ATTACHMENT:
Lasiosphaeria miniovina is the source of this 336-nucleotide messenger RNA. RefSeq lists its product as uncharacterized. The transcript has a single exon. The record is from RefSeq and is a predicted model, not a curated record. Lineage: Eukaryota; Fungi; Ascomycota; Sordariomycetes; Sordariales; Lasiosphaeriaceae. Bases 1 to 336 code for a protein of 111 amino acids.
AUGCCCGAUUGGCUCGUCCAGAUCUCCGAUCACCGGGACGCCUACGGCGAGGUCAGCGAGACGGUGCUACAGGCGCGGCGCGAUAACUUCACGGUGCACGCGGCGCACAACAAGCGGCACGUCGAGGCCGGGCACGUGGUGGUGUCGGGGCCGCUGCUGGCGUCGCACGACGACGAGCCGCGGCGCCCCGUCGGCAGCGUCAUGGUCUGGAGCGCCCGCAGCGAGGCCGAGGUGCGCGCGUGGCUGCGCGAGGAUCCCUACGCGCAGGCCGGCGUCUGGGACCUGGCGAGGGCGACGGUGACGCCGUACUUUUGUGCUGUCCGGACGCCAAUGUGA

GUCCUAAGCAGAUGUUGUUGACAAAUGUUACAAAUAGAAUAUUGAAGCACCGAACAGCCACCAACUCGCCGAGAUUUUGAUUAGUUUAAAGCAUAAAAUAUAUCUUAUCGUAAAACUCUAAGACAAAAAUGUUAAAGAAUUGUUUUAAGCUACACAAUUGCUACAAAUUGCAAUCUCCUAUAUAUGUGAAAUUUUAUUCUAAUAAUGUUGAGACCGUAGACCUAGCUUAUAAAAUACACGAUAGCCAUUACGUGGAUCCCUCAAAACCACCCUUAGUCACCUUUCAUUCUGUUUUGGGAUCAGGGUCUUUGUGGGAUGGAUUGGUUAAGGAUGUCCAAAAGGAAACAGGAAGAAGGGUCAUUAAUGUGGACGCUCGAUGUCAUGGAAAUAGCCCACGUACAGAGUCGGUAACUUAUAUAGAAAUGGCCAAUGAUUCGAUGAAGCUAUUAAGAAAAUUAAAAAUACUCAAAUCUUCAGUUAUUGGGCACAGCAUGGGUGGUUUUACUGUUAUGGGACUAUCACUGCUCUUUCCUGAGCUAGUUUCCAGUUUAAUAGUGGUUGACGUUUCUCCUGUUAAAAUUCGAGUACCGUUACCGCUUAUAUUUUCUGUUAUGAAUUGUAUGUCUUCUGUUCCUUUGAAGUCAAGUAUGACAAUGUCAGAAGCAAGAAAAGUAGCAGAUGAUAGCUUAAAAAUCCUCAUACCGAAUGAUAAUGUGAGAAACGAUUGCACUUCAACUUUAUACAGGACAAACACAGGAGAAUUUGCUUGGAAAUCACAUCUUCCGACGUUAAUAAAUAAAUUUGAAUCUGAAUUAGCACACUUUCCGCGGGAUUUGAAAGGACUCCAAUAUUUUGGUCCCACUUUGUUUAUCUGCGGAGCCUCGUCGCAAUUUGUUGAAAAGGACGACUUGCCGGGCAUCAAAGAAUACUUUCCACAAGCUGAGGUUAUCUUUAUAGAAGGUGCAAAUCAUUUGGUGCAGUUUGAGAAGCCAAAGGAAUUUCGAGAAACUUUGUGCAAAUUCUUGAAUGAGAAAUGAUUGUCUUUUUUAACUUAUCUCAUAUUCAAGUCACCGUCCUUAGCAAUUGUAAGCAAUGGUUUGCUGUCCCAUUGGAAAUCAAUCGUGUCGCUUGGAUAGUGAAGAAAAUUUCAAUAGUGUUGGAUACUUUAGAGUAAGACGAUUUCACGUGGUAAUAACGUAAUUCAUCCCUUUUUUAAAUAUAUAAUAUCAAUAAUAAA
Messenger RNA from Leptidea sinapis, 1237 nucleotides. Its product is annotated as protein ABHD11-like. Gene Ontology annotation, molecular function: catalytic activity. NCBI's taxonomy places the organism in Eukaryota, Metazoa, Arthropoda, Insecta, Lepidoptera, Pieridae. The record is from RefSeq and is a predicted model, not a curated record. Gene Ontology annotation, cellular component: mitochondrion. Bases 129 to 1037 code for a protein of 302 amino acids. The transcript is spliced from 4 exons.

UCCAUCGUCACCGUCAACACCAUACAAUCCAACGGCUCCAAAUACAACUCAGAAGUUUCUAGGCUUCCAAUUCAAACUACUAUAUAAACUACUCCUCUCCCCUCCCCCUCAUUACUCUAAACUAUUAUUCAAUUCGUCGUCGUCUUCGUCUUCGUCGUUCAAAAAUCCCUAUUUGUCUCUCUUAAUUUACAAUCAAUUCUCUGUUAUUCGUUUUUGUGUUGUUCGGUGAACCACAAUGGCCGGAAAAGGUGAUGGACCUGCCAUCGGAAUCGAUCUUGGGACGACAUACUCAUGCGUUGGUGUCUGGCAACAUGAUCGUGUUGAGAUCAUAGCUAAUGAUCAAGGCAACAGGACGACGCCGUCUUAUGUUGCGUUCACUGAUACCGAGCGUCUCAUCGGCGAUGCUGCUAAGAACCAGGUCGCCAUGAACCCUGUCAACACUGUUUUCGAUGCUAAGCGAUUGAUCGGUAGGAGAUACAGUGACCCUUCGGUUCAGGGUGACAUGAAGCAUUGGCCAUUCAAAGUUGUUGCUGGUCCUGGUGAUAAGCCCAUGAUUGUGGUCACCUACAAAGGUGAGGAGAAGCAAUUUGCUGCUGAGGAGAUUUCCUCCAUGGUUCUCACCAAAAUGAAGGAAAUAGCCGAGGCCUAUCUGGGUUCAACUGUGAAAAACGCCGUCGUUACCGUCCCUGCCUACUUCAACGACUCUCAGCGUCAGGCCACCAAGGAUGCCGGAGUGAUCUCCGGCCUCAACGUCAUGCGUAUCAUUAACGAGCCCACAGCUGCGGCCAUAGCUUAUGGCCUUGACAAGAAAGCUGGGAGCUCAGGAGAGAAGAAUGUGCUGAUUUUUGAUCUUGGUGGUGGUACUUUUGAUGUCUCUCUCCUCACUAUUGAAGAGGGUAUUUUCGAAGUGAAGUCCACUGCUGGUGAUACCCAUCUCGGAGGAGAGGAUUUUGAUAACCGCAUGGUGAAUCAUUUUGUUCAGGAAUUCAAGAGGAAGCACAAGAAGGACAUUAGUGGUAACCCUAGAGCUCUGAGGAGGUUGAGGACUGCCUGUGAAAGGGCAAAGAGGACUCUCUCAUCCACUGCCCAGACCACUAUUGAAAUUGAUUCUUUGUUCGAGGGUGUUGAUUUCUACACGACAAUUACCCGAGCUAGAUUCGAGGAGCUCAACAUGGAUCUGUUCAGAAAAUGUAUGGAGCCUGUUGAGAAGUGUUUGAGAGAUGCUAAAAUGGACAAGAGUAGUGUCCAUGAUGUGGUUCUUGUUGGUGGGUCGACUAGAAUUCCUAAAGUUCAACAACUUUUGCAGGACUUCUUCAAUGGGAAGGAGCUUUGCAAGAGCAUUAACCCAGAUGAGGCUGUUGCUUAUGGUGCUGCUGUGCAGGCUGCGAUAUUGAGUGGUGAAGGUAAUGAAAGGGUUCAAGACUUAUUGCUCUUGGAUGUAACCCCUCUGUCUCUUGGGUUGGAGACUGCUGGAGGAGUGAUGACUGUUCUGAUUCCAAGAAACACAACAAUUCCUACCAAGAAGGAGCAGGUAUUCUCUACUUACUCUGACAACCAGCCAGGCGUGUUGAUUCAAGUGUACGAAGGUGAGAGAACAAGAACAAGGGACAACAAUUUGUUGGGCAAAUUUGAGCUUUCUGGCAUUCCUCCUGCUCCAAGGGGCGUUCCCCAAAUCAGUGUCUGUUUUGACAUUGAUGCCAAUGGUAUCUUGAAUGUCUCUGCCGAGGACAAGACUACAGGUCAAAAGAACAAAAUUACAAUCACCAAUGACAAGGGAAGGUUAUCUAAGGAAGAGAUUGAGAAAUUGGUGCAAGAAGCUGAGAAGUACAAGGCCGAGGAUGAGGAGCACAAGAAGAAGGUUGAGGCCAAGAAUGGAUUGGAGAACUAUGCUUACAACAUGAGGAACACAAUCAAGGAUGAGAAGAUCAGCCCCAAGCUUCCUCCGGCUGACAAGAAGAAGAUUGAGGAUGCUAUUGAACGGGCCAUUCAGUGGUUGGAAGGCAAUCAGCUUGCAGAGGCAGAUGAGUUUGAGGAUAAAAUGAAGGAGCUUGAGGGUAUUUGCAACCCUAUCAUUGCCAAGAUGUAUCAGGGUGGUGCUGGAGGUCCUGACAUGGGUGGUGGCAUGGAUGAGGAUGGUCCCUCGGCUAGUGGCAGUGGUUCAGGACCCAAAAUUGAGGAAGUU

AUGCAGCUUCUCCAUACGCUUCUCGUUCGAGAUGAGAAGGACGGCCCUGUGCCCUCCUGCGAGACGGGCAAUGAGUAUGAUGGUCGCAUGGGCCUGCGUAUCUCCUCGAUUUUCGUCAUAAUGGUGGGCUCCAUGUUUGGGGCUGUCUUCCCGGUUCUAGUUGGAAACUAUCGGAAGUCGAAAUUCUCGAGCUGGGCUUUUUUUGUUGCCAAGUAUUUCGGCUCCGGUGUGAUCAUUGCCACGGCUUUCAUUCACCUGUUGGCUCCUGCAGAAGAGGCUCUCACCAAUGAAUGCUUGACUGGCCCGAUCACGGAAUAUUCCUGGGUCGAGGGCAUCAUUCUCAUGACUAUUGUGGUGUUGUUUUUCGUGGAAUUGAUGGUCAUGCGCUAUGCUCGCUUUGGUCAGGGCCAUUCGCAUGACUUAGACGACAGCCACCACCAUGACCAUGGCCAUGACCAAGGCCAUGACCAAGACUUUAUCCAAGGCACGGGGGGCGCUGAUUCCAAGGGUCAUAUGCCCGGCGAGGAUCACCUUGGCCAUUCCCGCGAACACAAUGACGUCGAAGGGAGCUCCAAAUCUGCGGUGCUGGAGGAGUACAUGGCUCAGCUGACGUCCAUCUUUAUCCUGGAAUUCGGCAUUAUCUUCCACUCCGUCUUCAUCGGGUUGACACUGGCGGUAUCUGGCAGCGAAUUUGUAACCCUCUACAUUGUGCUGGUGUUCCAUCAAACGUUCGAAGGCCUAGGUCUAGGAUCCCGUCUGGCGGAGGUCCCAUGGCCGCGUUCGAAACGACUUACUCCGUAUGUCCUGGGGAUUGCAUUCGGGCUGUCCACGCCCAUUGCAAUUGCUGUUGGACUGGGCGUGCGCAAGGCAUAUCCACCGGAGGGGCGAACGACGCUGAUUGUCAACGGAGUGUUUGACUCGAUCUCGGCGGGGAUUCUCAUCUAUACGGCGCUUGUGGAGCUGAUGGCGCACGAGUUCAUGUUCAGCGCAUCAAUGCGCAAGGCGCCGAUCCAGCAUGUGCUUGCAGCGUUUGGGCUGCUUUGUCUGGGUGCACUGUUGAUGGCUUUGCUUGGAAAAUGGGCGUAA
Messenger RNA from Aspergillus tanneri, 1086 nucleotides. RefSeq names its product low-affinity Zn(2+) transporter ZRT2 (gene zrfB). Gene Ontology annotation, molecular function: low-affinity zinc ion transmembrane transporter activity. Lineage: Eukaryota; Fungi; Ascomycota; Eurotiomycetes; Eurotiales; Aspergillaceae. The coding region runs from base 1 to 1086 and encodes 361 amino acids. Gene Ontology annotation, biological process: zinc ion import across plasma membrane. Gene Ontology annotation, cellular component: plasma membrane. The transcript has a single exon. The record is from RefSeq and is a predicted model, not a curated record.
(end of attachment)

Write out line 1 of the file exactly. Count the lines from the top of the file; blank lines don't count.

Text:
Lasiosphaeria miniovina is the source of this 336-nucleotide messenger RNA. RefSeq lists its product as uncharacterized. The transcript has a single exon. The record is from RefSeq and is a predicted model, not a curated record. Lineage: Eukaryota; Fungi; Ascomycota; Sordariomycetes; Sordariales; Lasiosphaeriaceae. Bases 1 to 336 code for a protein of 111 amino acids.